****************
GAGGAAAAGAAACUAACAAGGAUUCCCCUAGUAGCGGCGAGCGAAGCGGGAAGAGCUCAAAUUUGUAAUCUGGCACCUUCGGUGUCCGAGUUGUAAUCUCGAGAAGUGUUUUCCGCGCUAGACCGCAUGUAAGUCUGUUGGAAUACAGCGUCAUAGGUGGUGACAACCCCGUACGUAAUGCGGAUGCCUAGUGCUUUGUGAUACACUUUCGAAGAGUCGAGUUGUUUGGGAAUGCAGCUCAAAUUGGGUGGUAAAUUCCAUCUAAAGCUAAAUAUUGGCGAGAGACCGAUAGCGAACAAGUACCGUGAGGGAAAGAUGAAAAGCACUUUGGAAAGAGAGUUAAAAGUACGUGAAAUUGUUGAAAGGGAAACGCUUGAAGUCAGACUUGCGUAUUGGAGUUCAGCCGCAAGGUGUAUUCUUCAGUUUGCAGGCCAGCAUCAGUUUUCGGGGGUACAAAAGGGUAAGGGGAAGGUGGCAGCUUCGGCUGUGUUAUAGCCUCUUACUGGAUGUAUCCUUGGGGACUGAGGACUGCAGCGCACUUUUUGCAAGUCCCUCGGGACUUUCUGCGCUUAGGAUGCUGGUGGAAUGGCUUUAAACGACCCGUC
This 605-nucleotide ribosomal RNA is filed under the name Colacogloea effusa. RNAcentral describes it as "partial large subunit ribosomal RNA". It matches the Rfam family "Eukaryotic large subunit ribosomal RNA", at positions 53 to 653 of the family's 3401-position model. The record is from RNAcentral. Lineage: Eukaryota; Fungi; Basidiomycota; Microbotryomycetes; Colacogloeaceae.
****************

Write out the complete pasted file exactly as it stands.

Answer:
GAGGAAAAGAAACUAACAAGGAUUCCCCUAGUAGCGGCGAGCGAAGCGGGAAGAGCUCAAAUUUGUAAUCUGGCACCUUCGGUGUCCGAGUUGUAAUCUCGAGAAGUGUUUUCCGCGCUAGACCGCAUGUAAGUCUGUUGGAAUACAGCGUCAUAGGUGGUGACAACCCCGUACGUAAUGCGGAUGCCUAGUGCUUUGUGAUACACUUUCGAAGAGUCGAGUUGUUUGGGAAUGCAGCUCAAAUUGGGUGGUAAAUUCCAUCUAAAGCUAAAUAUUGGCGAGAGACCGAUAGCGAACAAGUACCGUGAGGGAAAGAUGAAAAGCACUUUGGAAAGAGAGUUAAAAGUACGUGAAAUUGUUGAAAGGGAAACGCUUGAAGUCAGACUUGCGUAUUGGAGUUCAGCCGCAAGGUGUAUUCUUCAGUUUGCAGGCCAGCAUCAGUUUUCGGGGGUACAAAAGGGUAAGGGGAAGGUGGCAGCUUCGGCUGUGUUAUAGCCUCUUACUGGAUGUAUCCUUGGGGACUGAGGACUGCAGCGCACUUUUUGCAAGUCCCUCGGGACUUUCUGCGCUUAGGAUGCUGGUGGAAUGGCUUUAAACGACCCGUC
This 605-nucleotide ribosomal RNA is filed under the name Colacogloea effusa. RNAcentral describes it as "partial large subunit ribosomal RNA". It matches the Rfam family "Eukaryotic large subunit ribosomal RNA", at positions 53 to 653 of the family's 3401-position model. The record is from RNAcentral. Lineage: Eukaryota; Fungi; Basidiomycota; Microbotryomycetes; Colacogloeaceae.